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Jed Boal ReportingIn four years TRAX has steadily expanded ridership and its service area. But TRAX not only contributes to public transportation, it contributes to public art.
More than 20-thousand people ride TRAX daily. Most probably never stop to study the art found at eighteen of the 23 station platforms. The three newest stops on the Medical Center Line have pieces of art conceived on campus.
Four art students were selected to create pieces for the new stations. None of them are professional artists, yet, so it was a big opportunity. In his colorful creation at the South Campus Station Bernie Johnson portrays the community of the University connected with Salt Lake City individuals coming together. Johnson says it was a chance for the artists to leave something with their school.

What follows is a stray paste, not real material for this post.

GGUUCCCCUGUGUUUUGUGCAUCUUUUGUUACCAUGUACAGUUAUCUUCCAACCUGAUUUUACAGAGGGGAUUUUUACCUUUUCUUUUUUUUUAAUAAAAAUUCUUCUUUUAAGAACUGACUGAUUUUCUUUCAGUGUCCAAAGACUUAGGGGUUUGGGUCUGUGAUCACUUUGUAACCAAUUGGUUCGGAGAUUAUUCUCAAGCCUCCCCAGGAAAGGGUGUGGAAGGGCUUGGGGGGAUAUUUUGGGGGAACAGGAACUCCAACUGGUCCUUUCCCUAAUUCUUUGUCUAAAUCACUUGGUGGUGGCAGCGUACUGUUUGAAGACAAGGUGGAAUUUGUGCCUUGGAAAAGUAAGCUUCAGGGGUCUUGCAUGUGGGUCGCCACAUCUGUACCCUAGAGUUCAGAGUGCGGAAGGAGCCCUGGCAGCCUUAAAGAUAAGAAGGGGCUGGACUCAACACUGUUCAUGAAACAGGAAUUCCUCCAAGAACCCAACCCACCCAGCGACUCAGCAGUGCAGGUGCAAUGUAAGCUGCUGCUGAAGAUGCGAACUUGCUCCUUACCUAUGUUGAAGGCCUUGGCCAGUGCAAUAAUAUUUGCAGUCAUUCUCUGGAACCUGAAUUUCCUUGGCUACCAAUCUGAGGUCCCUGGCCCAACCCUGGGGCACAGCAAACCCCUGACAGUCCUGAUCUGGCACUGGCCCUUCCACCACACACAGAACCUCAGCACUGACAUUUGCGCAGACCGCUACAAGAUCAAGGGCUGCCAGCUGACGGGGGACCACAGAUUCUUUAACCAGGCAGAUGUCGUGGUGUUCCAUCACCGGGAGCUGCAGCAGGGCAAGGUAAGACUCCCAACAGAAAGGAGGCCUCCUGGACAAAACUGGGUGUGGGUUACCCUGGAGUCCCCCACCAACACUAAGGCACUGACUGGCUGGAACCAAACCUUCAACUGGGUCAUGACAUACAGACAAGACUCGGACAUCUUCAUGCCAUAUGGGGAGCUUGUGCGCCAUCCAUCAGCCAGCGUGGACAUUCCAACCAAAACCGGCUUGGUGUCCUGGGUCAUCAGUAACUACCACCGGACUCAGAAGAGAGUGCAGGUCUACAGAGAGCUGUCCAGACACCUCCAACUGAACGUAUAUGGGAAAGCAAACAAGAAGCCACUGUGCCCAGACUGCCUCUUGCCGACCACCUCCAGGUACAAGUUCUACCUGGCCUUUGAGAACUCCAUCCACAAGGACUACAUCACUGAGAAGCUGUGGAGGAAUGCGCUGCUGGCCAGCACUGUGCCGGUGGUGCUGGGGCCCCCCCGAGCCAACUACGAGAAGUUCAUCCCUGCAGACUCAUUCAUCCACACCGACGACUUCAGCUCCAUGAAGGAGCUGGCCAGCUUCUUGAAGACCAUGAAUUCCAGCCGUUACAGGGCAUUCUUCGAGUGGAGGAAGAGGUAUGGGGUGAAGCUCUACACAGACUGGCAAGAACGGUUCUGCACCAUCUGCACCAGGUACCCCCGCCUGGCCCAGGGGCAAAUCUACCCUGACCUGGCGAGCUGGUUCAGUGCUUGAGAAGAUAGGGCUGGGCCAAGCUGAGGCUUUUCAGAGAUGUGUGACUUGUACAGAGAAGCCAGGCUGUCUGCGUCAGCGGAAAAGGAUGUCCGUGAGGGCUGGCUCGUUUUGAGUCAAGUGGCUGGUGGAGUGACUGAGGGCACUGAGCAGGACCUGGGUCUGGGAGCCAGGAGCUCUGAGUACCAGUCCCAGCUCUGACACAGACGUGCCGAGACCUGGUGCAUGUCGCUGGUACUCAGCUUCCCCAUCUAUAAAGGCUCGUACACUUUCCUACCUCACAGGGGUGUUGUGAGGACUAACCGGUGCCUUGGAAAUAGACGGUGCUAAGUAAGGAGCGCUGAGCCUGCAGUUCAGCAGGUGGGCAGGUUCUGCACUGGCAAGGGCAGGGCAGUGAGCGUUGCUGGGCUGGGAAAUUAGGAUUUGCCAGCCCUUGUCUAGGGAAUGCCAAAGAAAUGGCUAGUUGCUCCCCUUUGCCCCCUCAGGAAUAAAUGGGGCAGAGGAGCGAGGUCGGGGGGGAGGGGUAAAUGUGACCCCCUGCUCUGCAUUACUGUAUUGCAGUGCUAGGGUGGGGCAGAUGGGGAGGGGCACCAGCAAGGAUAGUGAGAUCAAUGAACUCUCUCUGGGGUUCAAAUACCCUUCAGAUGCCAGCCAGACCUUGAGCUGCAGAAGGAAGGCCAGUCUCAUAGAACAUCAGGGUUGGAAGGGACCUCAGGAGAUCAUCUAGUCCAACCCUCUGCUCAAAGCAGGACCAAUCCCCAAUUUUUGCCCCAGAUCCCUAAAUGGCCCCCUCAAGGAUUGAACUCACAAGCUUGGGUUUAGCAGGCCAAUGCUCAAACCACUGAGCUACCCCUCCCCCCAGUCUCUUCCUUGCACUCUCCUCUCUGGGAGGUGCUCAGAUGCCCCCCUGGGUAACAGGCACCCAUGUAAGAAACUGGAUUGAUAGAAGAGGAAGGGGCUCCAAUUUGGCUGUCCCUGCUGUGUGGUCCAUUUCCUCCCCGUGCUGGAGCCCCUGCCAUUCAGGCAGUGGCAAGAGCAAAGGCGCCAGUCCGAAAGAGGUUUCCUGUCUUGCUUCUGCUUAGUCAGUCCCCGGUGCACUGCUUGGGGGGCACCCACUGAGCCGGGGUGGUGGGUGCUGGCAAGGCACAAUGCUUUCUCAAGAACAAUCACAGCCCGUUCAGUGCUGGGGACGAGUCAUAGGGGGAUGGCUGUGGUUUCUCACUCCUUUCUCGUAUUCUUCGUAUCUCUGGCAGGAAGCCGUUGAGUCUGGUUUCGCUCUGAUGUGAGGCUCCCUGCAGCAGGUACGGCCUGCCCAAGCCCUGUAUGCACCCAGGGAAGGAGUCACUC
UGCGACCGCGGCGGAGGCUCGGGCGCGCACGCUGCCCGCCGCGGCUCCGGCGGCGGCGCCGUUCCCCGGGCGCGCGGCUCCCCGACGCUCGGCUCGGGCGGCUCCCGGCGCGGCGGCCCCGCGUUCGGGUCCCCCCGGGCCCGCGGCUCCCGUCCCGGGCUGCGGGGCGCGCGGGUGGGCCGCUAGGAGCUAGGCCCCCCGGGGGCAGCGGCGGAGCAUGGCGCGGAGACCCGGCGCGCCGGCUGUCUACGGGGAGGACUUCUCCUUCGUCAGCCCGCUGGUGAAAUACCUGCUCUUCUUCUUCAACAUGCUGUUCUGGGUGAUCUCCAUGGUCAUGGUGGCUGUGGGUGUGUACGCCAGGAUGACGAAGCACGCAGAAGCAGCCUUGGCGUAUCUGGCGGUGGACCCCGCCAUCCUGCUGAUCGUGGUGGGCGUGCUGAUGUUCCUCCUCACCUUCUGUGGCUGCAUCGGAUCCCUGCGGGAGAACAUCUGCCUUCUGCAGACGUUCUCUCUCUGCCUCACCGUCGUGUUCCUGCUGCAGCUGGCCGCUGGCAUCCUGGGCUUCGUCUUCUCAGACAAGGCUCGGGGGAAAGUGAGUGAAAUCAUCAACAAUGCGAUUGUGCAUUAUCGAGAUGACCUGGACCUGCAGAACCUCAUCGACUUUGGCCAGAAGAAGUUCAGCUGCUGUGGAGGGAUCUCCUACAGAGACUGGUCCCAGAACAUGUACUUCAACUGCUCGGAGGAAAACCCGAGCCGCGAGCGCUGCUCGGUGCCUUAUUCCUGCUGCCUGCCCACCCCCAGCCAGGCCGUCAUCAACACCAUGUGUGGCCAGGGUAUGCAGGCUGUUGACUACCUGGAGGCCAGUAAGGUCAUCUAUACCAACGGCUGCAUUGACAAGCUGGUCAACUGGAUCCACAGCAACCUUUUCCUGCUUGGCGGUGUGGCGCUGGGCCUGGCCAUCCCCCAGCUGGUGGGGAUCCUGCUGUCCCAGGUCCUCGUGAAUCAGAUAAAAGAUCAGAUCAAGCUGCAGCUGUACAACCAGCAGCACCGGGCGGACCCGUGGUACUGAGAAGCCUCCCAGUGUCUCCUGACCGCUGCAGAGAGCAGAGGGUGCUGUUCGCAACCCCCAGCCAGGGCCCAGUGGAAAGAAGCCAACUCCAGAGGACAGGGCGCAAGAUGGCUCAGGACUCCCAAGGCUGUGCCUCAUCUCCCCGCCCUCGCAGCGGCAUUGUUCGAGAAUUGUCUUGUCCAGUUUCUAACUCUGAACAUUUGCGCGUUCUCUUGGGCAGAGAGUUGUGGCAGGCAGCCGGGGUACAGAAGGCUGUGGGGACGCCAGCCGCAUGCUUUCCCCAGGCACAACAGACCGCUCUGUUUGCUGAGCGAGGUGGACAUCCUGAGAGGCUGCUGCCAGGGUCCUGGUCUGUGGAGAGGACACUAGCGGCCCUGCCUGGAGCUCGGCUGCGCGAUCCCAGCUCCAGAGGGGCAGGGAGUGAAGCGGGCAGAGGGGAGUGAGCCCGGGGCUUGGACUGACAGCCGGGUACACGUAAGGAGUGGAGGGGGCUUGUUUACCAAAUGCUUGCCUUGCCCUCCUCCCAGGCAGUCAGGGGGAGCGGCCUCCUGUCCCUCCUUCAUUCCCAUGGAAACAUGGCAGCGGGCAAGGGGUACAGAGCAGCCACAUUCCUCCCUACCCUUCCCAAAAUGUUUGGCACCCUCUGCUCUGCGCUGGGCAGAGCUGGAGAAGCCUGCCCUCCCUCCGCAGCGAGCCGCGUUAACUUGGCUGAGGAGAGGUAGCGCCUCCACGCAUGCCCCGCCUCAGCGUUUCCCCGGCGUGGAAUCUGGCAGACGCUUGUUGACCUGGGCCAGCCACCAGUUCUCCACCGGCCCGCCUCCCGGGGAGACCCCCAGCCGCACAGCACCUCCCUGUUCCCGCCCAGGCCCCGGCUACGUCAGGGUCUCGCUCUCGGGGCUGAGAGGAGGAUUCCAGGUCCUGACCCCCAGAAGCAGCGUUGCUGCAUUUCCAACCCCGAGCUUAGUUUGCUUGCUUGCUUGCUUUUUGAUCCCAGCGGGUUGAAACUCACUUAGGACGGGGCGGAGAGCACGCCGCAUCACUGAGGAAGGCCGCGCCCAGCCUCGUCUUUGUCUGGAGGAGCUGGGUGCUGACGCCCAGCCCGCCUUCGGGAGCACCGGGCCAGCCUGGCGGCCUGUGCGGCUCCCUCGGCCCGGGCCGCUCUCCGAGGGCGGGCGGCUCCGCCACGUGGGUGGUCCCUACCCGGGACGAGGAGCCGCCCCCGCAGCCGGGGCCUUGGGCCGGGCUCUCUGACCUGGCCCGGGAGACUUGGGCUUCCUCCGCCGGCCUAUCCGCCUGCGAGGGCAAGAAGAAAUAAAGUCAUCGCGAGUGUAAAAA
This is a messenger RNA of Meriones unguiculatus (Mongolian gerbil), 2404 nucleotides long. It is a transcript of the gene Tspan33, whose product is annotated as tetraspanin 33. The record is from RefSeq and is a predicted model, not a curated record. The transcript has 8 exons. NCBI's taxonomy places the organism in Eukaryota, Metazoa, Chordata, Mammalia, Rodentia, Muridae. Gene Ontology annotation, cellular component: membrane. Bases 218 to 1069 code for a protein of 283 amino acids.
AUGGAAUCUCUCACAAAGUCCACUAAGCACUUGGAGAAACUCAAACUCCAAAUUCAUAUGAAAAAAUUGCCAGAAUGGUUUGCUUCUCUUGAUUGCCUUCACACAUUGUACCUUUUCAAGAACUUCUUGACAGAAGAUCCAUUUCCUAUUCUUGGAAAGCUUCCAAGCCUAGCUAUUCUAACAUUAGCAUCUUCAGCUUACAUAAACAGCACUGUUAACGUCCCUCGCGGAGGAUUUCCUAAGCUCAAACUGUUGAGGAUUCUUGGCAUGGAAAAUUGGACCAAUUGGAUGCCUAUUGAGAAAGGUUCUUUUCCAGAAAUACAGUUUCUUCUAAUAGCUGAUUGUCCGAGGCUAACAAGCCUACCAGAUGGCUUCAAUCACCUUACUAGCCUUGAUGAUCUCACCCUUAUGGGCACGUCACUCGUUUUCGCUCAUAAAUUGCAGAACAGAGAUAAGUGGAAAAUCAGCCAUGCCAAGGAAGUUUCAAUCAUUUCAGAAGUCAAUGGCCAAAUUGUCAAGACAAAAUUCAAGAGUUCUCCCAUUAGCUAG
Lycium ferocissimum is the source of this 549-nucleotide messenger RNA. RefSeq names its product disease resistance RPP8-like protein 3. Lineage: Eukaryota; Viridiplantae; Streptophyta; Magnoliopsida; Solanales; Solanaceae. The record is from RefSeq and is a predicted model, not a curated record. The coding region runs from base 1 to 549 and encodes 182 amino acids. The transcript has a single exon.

J. Bernie Johnson, Artist: "They're going to be here for a long time. They're strong, they're sturdy; and I hope to be able to visit them and bring my children up here. This is where I went to school."
The art links Fort Douglas and the University of Utah, history and the future, lessons learned and future hopes.
Cody Dingus, Artist: “We wanted to make our art piece articulate that juxtaposition between the new and the old and the past and the future."
Jimmy Nielsen, Artist: “When we were unloading them off the truck, it was just so exciting to see our actual work be built and put on display like this."
The public art is a chance for people to take notice of something they wouldn't normally see, as part of the federally funded Art in Transit program.